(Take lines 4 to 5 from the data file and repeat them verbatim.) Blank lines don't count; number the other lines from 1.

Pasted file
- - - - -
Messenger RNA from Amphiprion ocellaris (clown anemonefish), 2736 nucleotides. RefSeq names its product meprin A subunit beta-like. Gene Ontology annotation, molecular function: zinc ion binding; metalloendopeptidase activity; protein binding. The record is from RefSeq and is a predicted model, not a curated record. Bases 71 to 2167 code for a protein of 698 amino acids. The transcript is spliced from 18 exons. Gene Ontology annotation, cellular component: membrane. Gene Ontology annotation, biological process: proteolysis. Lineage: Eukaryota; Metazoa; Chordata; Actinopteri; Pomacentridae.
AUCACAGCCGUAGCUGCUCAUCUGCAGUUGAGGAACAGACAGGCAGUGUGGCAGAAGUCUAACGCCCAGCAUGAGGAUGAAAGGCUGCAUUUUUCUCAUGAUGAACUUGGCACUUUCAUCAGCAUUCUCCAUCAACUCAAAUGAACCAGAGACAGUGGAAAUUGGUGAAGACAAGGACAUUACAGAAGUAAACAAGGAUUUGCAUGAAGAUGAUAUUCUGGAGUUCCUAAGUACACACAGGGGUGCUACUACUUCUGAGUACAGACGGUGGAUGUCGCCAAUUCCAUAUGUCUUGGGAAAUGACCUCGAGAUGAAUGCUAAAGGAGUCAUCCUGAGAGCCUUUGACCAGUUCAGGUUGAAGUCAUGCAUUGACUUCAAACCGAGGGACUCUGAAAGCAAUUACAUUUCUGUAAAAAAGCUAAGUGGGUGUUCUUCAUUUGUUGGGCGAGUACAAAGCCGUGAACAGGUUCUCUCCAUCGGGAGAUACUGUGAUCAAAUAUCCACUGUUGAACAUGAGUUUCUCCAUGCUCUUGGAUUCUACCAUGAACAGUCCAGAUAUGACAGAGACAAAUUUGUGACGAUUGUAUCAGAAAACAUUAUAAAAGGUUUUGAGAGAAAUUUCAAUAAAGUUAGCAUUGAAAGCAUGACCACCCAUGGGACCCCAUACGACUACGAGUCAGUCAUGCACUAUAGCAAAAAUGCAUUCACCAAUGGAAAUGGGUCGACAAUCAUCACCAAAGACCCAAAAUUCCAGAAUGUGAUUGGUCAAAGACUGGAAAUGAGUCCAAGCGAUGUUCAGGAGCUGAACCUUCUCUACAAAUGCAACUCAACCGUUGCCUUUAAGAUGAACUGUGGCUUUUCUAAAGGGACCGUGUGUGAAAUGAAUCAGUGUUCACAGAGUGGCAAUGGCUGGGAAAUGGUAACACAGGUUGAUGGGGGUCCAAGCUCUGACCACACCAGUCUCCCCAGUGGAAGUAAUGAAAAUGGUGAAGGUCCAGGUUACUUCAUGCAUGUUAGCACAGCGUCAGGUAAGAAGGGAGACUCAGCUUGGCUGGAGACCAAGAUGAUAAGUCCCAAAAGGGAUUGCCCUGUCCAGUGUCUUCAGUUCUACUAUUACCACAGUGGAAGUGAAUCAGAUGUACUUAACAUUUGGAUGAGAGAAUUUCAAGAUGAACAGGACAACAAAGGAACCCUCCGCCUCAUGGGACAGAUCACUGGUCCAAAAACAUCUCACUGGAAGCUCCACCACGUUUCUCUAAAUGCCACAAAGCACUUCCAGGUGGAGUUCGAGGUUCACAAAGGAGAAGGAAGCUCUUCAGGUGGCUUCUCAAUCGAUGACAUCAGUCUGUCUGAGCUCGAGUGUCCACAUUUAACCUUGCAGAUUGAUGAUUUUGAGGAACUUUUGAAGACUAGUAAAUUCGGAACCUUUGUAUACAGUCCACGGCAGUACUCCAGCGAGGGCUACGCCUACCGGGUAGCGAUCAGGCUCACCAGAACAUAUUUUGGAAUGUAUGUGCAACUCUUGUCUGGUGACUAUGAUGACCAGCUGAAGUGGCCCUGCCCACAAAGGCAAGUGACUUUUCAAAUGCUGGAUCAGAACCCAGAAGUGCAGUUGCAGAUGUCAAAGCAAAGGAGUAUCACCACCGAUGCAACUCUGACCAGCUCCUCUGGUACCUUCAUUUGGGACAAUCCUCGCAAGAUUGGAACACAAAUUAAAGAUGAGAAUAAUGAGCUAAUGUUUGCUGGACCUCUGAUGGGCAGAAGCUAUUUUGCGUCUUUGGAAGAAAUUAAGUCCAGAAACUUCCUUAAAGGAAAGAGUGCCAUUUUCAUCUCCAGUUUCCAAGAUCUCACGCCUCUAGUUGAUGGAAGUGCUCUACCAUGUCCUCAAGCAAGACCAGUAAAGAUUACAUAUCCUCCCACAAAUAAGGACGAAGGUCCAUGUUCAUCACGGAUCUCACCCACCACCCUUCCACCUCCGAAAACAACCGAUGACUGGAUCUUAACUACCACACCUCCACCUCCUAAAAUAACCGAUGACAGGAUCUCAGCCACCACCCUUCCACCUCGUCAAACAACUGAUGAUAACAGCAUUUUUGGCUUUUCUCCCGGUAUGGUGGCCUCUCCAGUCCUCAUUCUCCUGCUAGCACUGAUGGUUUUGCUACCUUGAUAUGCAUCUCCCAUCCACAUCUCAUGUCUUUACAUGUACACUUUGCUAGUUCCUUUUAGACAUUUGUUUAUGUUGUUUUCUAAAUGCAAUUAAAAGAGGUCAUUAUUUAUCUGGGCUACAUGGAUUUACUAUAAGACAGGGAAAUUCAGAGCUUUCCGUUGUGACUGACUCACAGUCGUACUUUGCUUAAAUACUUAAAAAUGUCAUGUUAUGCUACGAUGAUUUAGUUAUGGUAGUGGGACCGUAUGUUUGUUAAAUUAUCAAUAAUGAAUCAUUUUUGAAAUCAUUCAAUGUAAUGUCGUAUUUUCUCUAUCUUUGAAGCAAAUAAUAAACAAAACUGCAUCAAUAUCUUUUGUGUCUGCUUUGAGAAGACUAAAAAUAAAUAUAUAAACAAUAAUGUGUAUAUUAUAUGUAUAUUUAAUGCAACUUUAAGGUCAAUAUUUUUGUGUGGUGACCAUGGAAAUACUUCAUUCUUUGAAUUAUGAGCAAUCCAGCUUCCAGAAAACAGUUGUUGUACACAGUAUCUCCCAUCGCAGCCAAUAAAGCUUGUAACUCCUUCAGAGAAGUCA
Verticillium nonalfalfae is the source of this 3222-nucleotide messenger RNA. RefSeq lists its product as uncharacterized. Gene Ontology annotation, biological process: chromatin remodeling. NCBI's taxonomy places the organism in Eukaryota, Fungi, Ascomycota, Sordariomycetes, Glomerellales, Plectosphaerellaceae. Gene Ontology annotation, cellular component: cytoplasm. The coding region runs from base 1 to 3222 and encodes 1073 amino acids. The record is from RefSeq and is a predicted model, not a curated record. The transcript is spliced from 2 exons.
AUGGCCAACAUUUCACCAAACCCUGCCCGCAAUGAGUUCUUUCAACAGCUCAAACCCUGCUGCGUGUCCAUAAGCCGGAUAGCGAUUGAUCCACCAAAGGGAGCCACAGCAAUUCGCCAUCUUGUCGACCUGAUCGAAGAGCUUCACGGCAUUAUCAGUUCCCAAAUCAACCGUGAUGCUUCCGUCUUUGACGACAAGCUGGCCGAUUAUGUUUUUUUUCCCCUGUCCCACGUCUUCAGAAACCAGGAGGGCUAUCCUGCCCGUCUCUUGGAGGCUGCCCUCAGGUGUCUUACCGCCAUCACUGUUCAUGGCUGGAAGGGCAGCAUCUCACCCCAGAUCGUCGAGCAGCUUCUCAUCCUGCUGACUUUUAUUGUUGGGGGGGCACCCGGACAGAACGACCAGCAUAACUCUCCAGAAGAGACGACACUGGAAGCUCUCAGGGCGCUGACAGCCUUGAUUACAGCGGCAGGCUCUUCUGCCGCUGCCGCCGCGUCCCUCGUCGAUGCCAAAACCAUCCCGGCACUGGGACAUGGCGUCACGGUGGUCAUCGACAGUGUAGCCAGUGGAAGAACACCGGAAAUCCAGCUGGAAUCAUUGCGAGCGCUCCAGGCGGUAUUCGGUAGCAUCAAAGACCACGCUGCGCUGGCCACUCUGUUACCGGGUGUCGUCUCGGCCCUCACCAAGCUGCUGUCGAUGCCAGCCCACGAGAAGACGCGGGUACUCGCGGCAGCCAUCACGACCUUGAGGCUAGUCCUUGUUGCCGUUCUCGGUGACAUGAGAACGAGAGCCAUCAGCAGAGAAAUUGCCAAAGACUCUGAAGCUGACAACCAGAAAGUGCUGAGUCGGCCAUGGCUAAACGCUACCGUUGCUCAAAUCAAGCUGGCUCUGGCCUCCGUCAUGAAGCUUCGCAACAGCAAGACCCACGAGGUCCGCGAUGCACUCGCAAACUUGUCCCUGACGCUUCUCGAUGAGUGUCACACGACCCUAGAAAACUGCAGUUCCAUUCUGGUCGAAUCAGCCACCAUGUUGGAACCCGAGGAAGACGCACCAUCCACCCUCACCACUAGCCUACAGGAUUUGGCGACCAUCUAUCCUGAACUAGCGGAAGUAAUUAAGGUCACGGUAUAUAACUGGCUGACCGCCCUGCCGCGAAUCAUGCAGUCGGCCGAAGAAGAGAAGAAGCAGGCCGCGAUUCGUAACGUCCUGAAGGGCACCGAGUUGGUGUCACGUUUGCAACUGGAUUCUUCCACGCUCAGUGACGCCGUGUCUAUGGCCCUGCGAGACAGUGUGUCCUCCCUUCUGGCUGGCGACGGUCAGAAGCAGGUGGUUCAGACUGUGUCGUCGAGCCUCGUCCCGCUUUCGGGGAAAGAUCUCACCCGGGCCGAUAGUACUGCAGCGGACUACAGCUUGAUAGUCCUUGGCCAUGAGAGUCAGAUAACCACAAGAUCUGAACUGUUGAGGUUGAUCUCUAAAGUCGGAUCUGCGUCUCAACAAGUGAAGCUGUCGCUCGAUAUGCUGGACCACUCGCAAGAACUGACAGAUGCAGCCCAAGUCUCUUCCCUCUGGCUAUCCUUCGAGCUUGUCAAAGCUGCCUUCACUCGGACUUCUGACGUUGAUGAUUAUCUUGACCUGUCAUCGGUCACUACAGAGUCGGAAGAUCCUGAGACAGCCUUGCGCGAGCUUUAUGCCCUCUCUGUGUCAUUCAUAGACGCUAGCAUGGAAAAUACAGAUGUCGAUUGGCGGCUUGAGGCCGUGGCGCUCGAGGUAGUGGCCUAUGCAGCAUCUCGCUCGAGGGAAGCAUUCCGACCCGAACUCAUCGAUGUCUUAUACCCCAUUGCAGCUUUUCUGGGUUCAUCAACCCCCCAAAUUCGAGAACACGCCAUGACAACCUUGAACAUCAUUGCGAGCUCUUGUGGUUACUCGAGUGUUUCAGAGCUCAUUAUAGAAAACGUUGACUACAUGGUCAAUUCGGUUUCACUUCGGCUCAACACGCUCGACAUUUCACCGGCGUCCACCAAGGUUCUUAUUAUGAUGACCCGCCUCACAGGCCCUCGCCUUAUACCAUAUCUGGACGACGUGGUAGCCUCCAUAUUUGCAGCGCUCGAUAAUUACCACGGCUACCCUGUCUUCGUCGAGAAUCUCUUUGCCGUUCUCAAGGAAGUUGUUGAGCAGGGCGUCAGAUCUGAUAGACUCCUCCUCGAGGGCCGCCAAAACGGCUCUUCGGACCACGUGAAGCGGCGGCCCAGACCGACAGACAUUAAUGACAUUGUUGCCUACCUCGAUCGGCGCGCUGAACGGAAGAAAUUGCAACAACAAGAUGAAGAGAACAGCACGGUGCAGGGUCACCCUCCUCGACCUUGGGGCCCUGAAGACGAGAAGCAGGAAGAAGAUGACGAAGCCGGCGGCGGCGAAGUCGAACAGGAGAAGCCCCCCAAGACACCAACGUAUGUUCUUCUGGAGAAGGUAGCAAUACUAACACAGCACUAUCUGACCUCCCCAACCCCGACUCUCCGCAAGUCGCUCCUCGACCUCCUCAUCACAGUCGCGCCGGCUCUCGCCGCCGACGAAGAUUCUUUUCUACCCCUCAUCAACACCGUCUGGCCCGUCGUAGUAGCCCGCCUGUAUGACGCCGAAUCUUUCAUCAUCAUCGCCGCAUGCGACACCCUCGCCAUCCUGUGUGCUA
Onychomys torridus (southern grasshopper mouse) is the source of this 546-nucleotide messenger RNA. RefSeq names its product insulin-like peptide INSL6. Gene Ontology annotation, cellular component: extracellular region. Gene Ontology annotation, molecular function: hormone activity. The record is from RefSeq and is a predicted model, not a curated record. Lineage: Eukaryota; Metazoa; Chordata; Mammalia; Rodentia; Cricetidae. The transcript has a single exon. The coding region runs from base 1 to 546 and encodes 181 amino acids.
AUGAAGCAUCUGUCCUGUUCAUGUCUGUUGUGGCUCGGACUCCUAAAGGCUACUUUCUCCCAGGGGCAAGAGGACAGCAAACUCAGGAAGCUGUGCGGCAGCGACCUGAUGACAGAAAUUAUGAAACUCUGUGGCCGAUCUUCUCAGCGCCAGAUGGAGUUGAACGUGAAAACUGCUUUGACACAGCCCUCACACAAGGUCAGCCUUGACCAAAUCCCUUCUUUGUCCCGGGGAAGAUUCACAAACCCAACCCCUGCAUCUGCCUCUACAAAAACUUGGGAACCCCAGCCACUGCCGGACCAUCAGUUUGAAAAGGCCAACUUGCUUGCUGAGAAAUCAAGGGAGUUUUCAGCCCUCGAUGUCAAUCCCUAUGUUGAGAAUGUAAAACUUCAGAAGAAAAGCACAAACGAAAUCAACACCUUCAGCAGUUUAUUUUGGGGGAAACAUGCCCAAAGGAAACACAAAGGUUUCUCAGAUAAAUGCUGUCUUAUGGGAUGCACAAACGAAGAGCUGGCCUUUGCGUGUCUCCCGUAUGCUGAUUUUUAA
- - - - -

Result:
AUGGCCAACAUUUCACCAAACCCUGCCCGCAAUGAGUUCUUUCAACAGCUCAAACCCUGCUGCGUGUCCAUAAGCCGGAUAGCGAUUGAUCCACCAAAGGGAGCCACAGCAAUUCGCCAUCUUGUCGACCUGAUCGAAGAGCUUCACGGCAUUAUCAGUUCCCAAAUCAACCGUGAUGCUUCCGUCUUUGACGACAAGCUGGCCGAUUAUGUUUUUUUUCCCCUGUCCCACGUCUUCAGAAACCAGGAGGGCUAUCCUGCCCGUCUCUUGGAGGCUGCCCUCAGGUGUCUUACCGCCAUCACUGUUCAUGGCUGGAAGGGCAGCAUCUCACCCCAGAUCGUCGAGCAGCUUCUCAUCCUGCUGACUUUUAUUGUUGGGGGGGCACCCGGACAGAACGACCAGCAUAACUCUCCAGAAGAGACGACACUGGAAGCUCUCAGGGCGCUGACAGCCUUGAUUACAGCGGCAGGCUCUUCUGCCGCUGCCGCCGCGUCCCUCGUCGAUGCCAAAACCAUCCCGGCACUGGGACAUGGCGUCACGGUGGUCAUCGACAGUGUAGCCAGUGGAAGAACACCGGAAAUCCAGCUGGAAUCAUUGCGAGCGCUCCAGGCGGUAUUCGGUAGCAUCAAAGACCACGCUGCGCUGGCCACUCUGUUACCGGGUGUCGUCUCGGCCCUCACCAAGCUGCUGUCGAUGCCAGCCCACGAGAAGACGCGGGUACUCGCGGCAGCCAUCACGACCUUGAGGCUAGUCCUUGUUGCCGUUCUCGGUGACAUGAGAACGAGAGCCAUCAGCAGAGAAAUUGCCAAAGACUCUGAAGCUGACAACCAGAAAGUGCUGAGUCGGCCAUGGCUAAACGCUACCGUUGCUCAAAUCAAGCUGGCUCUGGCCUCCGUCAUGAAGCUUCGCAACAGCAAGACCCACGAGGUCCGCGAUGCACUCGCAAACUUGUCCCUGACGCUUCUCGAUGAGUGUCACACGACCCUAGAAAACUGCAGUUCCAUUCUGGUCGAAUCAGCCACCAUGUUGGAACCCGAGGAAGACGCACCAUCCACCCUCACCACUAGCCUACAGGAUUUGGCGACCAUCUAUCCUGAACUAGCGGAAGUAAUUAAGGUCACGGUAUAUAACUGGCUGACCGCCCUGCCGCGAAUCAUGCAGUCGGCCGAAGAAGAGAAGAAGCAGGCCGCGAUUCGUAACGUCCUGAAGGGCACCGAGUUGGUGUCACGUUUGCAACUGGAUUCUUCCACGCUCAGUGACGCCGUGUCUAUGGCCCUGCGAGACAGUGUGUCCUCCCUUCUGGCUGGCGACGGUCAGAAGCAGGUGGUUCAGACUGUGUCGUCGAGCCUCGUCCCGCUUUCGGGGAAAGAUCUCACCCGGGCCGAUAGUACUGCAGCGGACUACAGCUUGAUAGUCCUUGGCCAUGAGAGUCAGAUAACCACAAGAUCUGAACUGUUGAGGUUGAUCUCUAAAGUCGGAUCUGCGUCUCAACAAGUGAAGCUGUCGCUCGAUAUGCUGGACCACUCGCAAGAACUGACAGAUGCAGCCCAAGUCUCUUCCCUCUGGCUAUCCUUCGAGCUUGUCAAAGCUGCCUUCACUCGGACUUCUGACGUUGAUGAUUAUCUUGACCUGUCAUCGGUCACUACAGAGUCGGAAGAUCCUGAGACAGCCUUGCGCGAGCUUUAUGCCCUCUCUGUGUCAUUCAUAGACGCUAGCAUGGAAAAUACAGAUGUCGAUUGGCGGCUUGAGGCCGUGGCGCUCGAGGUAGUGGCCUAUGCAGCAUCUCGCUCGAGGGAAGCAUUCCGACCCGAACUCAUCGAUGUCUUAUACCCCAUUGCAGCUUUUCUGGGUUCAUCAACCCCCCAAAUUCGAGAACACGCCAUGACAACCUUGAACAUCAUUGCGAGCUCUUGUGGUUACUCGAGUGUUUCAGAGCUCAUUAUAGAAAACGUUGACUACAUGGUCAAUUCGGUUUCACUUCGGCUCAACACGCUCGACAUUUCACCGGCGUCCACCAAGGUUCUUAUUAUGAUGACCCGCCUCACAGGCCCUCGCCUUAUACCAUAUCUGGACGACGUGGUAGCCUCCAUAUUUGCAGCGCUCGAUAAUUACCACGGCUACCCUGUCUUCGUCGAGAAUCUCUUUGCCGUUCUCAAGGAAGUUGUUGAGCAGGGCGUCAGAUCUGAUAGACUCCUCCUCGAGGGCCGCCAAAACGGCUCUUCGGACCACGUGAAGCGGCGGCCCAGACCGACAGACAUUAAUGACAUUGUUGCCUACCUCGAUCGGCGCGCUGAACGGAAGAAAUUGCAACAACAAGAUGAAGAGAACAGCACGGUGCAGGGUCACCCUCCUCGACCUUGGGGCCCUGAAGACGAGAAGCAGGAAGAAGAUGACGAAGCCGGCGGCGGCGAAGUCGAACAGGAGAAGCCCCCCAAGACACCAACGUAUGUUCUUCUGGAGAAGGUAGCAAUACUAACACAGCACUAUCUGACCUCCCCAACCCCGACUCUCCGCAAGUCGCUCCUCGACCUCCUCAUCACAGUCGCGCCGGCUCUCGCCGCCGACGAAGAUUCUUUUCUACCCCUCAUCAACACCGUCUGGCCCGUCGUAGUAGCCCGCCUGUAUGACGCCGAAUCUUUCAUCAUCAUCGCCGCAUGCGACACCCUCGCCAUCCUGUGUGCUA
Onychomys torridus (southern grasshopper mouse) is the source of this 546-nucleotide messenger RNA. RefSeq names its product insulin-like peptide INSL6. Gene Ontology annotation, cellular component: extracellular region. Gene Ontology annotation, molecular function: hormone activity. The record is from RefSeq and is a predicted model, not a curated record. Lineage: Eukaryota; Metazoa; Chordata; Mammalia; Rodentia; Cricetidae. The transcript has a single exon. The coding region runs from base 1 to 546 and encodes 181 amino acids.